Psychic about students? (88 out of 365) #blogaday

Sill Student Saying #5

This week, I had learned the names of most of the students in my Kindergarten classes. Some of the girls were shocked that I knew their names and asked me if I was psychic! I went along with it because it was so cute ūüôāpsychic post


Texting translations (71 out of 365) #blogaday #sol15

SOL day 20slice of life logo

Silly student doing #4

When I was helping some of the fifth grade students with writing, we got off track and started talking about texting terms. One of the boys asked me about abbreviations and whether or not I knew what they stood for – most of them I used or had heard of before through instant messaging. However, there were some I didn’t recognize like NRN meaning “not right now.” It was interesting to hear that many of the same abbreviations are appearing and some new ones.texting postI don’t remember any other ones he was telling me, but it got me thinking about why children feel the need to shorten the words in text messages so much.¬† I use very few abbreviations in my texting because it really isn’t that much faster. I think people start abbreviating at the beginning of texting since they aren’t quick with the buttons just yet, but it usually goes away. I wonder if conversations will become mostly abbreviations with the younger generations soon.¬† ROTFL...Rolling on the floor laughing.


Bias bind (58 out of 365) #blogaday #sol15

SOL day 7slice of life logoSituation:¬† ‚ÄčI work at a children’s center and the group went to play sports ‚Äč‚Äč‚Äč‚Äč‚Äčthis week with the college club sports members. During the volleyball portion, one of the balls rolled into a corner and a boy went to get it. He called me over to help because there was a big bug next to the ball.sssd bug postI was shocked ‚Äčby his reaction because he seemed like someone who wouldn’t mind about bugs. I realized afterwards that I had gender stereotyped him – I assumed that because he acted tougher and played rough games that he would be fine with insects. This has been something that my graduate program focuses on because they want us to be aware of our cultural biases. I am trying very hard not to make assumptions, but in our society, it is difficult. I am glad that it came to my attention though with this particular scenario. As a teacher, it is important to keep all your students equal in your mind and not have stereotypes towards them.


Acting like animals (43 out of 365) #blogaday

‚ÄčSilly Student Doing #2:

‚Äč‚Äč‚ÄčWe went on a field trip today in my field placement. The bus ride there and back had some very entertaining students who wanted to “be animals.” On the way to the logging conference, the boy in front of me decided to start honking like a goose all the way there. He was getting in people’s faces and doing it out the window. I made sure he wasn’t invading people’s space, but stopping him from making the noise didn’t turn out very well. He became the honking goose-boy on the bus! acting like animals post2 The second student who decided to act like an animal was a different boy on the ride back to school. It was a pretty warm day today, so the windows were down in a few seats. The boy behind me¬†pulled his window all the way down and made sure I was looking by saying “Hey, Miss Hannah!” He then proceeded to having his head slightly outside the window with his tongue sticking out, and said “look, I’m a dog!” – ha! This was very funny and he wanted to show everyone around him as well.acting like animals post3It is interesting how both of these boys had some inspiration to be a goose or a dog – the dog one made some sense because the window was down and it is common for dogs to put their faces outside, but the goose just must be some thought the boy had in his head. I admire bus drivers for handling loud students like this on a daily basis and with multiple routes!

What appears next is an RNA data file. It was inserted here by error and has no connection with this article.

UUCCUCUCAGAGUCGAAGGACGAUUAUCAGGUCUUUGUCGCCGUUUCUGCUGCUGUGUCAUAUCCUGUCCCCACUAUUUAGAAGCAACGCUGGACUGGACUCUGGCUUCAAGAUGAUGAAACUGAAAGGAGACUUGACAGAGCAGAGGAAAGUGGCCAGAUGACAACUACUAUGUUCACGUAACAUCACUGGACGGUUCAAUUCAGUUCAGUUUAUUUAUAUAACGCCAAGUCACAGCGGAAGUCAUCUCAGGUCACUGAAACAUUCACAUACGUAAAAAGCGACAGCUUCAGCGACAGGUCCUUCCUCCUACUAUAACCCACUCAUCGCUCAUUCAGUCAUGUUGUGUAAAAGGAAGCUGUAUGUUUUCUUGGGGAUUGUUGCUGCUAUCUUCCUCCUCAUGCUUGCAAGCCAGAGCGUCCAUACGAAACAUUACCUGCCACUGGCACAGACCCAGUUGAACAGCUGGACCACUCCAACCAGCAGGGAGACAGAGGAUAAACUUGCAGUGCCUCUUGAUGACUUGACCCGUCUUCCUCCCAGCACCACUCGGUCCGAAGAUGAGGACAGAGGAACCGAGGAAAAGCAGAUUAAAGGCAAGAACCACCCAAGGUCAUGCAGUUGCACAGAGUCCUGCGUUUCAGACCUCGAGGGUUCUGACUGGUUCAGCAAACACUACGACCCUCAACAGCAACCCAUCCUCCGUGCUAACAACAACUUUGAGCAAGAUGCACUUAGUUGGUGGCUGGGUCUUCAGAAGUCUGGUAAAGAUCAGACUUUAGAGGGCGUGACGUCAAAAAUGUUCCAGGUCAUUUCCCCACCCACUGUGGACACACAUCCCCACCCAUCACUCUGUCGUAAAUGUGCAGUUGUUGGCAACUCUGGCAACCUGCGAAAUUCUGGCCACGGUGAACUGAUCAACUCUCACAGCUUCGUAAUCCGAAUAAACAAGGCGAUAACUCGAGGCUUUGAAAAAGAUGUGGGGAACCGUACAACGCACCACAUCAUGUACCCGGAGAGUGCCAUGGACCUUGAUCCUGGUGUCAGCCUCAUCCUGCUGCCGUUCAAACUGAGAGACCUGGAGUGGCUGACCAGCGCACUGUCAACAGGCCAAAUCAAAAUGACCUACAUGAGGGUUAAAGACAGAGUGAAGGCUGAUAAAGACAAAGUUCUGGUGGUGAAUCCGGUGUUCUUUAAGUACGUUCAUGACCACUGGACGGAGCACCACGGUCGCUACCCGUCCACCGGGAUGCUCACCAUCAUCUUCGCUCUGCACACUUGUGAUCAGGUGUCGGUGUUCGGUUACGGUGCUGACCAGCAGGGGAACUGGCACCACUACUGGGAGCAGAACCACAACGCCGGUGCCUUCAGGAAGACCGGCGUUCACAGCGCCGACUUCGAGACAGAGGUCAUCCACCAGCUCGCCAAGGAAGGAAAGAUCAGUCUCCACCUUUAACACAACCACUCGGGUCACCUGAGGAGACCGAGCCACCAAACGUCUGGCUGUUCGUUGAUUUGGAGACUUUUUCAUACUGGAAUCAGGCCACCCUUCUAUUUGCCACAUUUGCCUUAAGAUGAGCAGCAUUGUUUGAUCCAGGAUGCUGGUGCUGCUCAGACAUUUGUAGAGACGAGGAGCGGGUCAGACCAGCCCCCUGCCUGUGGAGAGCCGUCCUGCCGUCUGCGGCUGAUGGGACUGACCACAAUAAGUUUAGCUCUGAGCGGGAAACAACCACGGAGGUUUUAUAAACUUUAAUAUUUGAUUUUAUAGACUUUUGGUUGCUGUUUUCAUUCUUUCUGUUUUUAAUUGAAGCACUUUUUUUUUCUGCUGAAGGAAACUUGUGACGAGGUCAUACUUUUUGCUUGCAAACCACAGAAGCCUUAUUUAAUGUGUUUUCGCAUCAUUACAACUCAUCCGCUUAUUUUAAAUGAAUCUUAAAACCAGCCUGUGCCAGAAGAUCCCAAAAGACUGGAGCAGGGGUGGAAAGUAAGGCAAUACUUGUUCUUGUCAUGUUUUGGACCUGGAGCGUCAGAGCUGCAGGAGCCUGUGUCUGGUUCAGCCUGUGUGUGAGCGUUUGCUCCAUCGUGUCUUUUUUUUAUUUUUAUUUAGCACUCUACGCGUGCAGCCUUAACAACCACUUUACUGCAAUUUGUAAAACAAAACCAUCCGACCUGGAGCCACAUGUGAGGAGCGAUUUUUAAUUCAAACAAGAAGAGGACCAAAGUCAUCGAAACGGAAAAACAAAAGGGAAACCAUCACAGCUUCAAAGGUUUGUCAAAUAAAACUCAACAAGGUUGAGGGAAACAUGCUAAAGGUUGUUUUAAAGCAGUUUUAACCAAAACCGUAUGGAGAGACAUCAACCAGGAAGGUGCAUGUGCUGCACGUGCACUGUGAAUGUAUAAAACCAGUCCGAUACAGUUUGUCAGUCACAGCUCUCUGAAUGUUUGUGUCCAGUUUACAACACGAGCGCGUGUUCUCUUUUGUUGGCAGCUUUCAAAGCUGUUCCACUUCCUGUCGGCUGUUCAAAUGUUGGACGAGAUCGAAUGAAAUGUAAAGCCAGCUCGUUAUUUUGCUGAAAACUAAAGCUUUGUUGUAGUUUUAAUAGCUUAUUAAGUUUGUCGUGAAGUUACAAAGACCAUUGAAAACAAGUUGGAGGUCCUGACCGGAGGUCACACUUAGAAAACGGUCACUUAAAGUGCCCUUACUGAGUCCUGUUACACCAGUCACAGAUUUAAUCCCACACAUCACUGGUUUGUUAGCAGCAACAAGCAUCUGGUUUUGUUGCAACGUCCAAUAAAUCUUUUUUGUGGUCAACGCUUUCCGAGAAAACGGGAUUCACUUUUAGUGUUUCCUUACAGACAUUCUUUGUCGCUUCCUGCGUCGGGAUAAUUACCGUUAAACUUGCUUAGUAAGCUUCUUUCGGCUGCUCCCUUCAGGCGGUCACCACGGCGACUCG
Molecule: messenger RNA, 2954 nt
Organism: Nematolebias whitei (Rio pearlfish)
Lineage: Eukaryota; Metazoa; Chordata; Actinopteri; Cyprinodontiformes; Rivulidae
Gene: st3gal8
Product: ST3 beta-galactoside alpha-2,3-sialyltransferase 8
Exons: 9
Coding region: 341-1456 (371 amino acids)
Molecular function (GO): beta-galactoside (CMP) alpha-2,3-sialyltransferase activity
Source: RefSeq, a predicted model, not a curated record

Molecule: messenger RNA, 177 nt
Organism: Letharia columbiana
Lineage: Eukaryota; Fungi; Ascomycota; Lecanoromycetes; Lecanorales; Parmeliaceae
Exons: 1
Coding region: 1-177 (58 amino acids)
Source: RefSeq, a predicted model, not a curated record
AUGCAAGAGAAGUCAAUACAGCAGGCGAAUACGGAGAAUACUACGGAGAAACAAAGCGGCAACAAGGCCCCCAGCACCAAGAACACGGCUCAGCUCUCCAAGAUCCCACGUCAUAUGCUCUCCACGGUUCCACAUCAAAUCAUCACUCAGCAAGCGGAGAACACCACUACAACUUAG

Flirting fifth graders..? (11 out of 365) #blogaday

Silly Student Doing #1:

On the first day I came to my winter placement, one boy particularly took a liking to me. He wanted my “help” multiple times during a work period, and came up to talk to me in between transitions. Remembering what my mother used to say about young boys when I was in upper elementary school (“boys show they like you through teasing”), I’m pretty sure he has a crush on me. I’ll let you evaluate as well.

Some of his actions include:

  • ¬†raising his hand then pretending he didn’t want anything when I reach his desk
  • ¬†saying he wants to share his name poem but that I can only know one part (he has multiple middle names) and I’ll have to come back when he thinks I’m ready
  • complaining that I’m still coming at the beginning of every day
  • putting up his fist for bumping but moving it around when I go for it so it’s difficult to do

I know it isn’t uncommon for young boys to have crushes on their female teachers, but I am used to the very young who usually have a similar attachment to me as they would for their mom. Fifth grade boys are different because puberty may be starting and they aren’t sure how to handle the feelings. This particular boy appears to be testing his boundaries with me and the idea of flirting. It will be interesting to see how he progresses/digresses as the term goes on and I take over as lead teacher for math and health.

student sayings flirt post